Members of the LGBT community tend to save more money for retirement than the population as a whole. But LGBT seniors planning for retirement also face unique concerns.
According to experts, people in the LGBT community tend to be higher earners, and have smaller families, some with no children. While lower family expenses may make it easier to plan for retirement, LGBT couples without children may also have to plan for additional caregiver costs as they approach retirement age.
Although same-sex couples may now marry in New York, the federal government does not yet recognize those marriages, and this creates complications for LGBT couples in terms of tax and estate planning.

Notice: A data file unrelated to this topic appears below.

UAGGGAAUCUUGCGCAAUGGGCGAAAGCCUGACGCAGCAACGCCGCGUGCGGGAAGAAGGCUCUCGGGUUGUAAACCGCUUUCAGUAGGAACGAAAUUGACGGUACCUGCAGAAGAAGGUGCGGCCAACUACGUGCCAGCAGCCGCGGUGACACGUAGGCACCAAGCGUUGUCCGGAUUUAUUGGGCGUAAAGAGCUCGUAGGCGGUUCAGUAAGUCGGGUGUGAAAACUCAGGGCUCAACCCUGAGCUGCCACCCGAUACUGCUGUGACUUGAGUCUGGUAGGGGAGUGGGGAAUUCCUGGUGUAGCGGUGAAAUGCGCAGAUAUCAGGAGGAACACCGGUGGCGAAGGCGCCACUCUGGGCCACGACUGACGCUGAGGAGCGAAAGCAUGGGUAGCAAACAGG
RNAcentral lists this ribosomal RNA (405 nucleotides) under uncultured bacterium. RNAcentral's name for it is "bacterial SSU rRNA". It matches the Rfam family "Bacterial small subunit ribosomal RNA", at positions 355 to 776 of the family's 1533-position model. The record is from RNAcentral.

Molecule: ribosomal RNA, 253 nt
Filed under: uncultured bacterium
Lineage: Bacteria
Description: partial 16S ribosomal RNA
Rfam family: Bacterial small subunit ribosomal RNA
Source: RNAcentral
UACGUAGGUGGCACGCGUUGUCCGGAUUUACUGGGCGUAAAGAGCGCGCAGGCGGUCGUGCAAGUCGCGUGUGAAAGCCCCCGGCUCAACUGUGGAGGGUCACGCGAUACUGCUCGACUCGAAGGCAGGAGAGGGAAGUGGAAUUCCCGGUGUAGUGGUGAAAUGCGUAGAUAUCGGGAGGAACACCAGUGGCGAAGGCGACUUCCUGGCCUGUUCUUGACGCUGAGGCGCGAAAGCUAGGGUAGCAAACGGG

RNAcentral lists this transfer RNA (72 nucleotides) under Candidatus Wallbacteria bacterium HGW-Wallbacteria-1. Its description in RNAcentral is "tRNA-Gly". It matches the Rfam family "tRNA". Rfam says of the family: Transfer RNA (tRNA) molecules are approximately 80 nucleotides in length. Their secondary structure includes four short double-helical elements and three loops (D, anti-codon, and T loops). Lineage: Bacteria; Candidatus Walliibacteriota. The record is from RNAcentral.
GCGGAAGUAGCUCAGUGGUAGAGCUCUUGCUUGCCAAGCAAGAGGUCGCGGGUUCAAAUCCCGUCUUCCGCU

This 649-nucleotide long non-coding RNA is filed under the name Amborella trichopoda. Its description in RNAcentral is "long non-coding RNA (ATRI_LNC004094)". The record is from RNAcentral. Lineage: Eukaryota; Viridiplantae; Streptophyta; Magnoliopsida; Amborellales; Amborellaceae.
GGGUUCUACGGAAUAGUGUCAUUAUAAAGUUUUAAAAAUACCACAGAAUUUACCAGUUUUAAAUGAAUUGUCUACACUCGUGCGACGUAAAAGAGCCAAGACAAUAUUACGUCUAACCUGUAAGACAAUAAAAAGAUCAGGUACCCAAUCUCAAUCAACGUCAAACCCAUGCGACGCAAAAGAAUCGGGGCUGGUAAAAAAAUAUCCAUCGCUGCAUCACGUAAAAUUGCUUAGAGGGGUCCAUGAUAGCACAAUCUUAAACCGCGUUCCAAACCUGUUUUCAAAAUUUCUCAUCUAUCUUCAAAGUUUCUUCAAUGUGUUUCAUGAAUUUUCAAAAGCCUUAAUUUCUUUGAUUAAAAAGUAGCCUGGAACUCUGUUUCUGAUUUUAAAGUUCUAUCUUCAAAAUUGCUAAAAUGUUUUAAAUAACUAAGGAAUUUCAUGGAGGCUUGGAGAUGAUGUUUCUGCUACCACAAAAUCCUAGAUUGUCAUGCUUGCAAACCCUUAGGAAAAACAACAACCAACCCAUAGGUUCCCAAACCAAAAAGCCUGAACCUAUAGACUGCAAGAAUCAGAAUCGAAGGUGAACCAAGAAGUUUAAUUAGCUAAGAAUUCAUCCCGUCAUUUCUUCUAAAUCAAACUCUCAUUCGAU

As one example, estate taxes in 2013 will revert to a $1 million exclusion. When a heterosexual spouse passes away, his or her assets over $1 million can usually pass to the surviving spouse without being subject to the tax, but this federal right does not apply to LGBT couples, married or not.
Social Security is another concern for LGBT couples, as spousal benefits are not provided to same-sex partners. In addition, federal pension plans do not provide for spousal benefits. LGBT couples must also be careful when moving property into joint ownership, as this can result in a large gift tax.
With careful estate planning, there are solutions to many of these issues. LGBT couples planning for retirement would be advised to seek the counsel of a qualified estate planning attorney familiar with the unique needs of the LGBT community.
For more information about our estate planning and elder law services, visit www.elderlawnewyork.com.